Compared to non-Hispanic whites, Hispanic adolescents are highly vulnerable to drug use and HIV infection. Hispanic adolescents between the ages of 13 to 19 are five times more likely to be infected with HIV than are same-aged non-Hispanic Whites (CDC-P, 2006). Compared to non-Hispanic whites and to African Americans, Hispanic 8th graders report the highest lifetime, annual, and 30-day prevalence rates of alcohol, cigarette, and licit or illicit drug use (with the exception of amphetamines; Johnston et al., 2008). Hispanic adolescents also have higher rates of unprotected sex at last intercourse (CDC-P, 2007) than non-Hispanic whites or African Americans. Drug use and unsafe sexual behavior are risks for HIV infection. Hispanics are also a youthful population, with more than one-third under the age of 18 (Marotta & Garcia, 2003). Preventing drug use and HIV in Hispanics, and particularly among Hispanic youth at elevated risk for drug use and unsafe sexual behavior, such as Hispanics in the criminal justice setting or those at risk of entering the criminal justice system (Telpin, 2003), is therefore of vital importance.

  Eligibility

Ages Eligible for Study:   12 Years to 17 Years
Genders Eligible for Study:   Both
Accepts Healthy Volunteers:   Yes
Criteria

Inclusion Criteria:

  1. Female and male adolescents of Hispanic immigrant origin, defined by at least one parent born in a Spanish-speaking country of the Americas
  2. First-time offenders or Hispanic adolescents, identified by Miami Dade County Public Schools as exhibiting Level III behaviors which include: assault/threat against a non-staff member, breaking and entering/burglary, fighting (serious), hazing, possession or use of alcohol and/or controlled substances, possession of simulated weapons, trespassing, and vandalism.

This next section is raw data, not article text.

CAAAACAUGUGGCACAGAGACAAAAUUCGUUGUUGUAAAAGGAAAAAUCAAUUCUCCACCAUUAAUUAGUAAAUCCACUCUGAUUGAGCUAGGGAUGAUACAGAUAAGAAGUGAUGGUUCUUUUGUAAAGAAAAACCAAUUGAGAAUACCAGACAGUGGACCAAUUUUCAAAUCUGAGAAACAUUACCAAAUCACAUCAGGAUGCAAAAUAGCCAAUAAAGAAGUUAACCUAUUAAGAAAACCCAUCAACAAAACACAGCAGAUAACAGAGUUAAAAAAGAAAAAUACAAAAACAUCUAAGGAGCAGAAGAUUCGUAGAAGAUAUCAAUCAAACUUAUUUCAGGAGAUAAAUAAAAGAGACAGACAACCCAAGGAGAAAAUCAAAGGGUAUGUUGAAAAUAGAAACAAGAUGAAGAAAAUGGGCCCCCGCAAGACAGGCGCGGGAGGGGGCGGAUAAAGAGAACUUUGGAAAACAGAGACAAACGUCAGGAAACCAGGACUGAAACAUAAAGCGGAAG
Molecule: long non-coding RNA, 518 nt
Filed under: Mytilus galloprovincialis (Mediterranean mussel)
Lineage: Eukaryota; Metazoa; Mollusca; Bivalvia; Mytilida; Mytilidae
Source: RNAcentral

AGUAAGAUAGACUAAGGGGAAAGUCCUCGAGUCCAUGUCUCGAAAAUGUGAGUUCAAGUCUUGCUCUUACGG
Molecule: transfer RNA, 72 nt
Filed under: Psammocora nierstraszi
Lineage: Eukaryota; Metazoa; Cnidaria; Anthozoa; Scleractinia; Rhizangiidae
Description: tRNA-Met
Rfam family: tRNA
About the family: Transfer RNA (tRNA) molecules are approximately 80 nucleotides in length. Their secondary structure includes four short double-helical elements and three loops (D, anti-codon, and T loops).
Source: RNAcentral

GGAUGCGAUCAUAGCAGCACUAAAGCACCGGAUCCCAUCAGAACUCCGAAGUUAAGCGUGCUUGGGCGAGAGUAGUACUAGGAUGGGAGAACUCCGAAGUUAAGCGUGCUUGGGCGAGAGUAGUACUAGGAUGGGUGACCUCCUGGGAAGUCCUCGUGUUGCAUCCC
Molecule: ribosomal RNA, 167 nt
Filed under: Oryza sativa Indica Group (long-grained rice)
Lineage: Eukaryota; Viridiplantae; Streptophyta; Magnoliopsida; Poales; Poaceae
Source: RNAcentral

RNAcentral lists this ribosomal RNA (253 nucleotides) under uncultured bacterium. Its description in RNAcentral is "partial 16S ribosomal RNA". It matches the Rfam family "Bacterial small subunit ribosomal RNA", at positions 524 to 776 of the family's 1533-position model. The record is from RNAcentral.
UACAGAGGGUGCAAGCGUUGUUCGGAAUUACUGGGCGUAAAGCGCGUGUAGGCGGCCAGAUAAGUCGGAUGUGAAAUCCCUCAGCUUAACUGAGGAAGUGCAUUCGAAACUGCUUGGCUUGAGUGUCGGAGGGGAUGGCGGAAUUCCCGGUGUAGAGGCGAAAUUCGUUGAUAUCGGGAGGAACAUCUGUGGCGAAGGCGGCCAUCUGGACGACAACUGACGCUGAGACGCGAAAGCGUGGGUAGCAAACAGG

3. Adolescents between 12 and 17 years of age
  4. Adolescents living with an adult primary caregiver who is willing to participate

Exclusion Criteria:

(a) Family reports to have (tentative or firm) plans to move out of the South Florida area during the year of the study

  Contacts and Locations
Choosing to participate in a study is an important personal decision. Talk with your doctor and family members or friends about deciding to join a study. To learn more about this study, you or your doctor may contact the study research staff using the Contacts provided below. For general information, see Learn About Clinical Studies.

Please refer to this study by its ClinicalTrials.gov identifier: NCT01257022

Locations
United States, Florida
Center for Family Studies and Miami-Dade County
Miami, Florida, United States, 33136
Sponsors and Collaborators
University of Miami
Investigators
Principal Investigator: Guillermo Prado, Ph.D. University of Miami
  More Information

No publications provided by University of Miami

Additional publications automatically indexed to this study by ClinicalTrials.gov Identifier (NCT Number):
Responsible Party: Guillermo Prado, Professor, University of Miami
ClinicalTrials.gov Identifier: NCT01257022     History of Changes
Other Study ID Numbers: 1R01DA025894-01
Study First Received: December 8, 2010
Last Updated: March 4, 2014
Health Authority: United States: Institutional Review Board

Keywords provided by University of Miami:
Prevention
HIV
Substance use
Hispanic
Adolescents
Unsafe sexual behavior
Behavioral intervention

ClinicalTrials.gov processed this record on September 18, 2014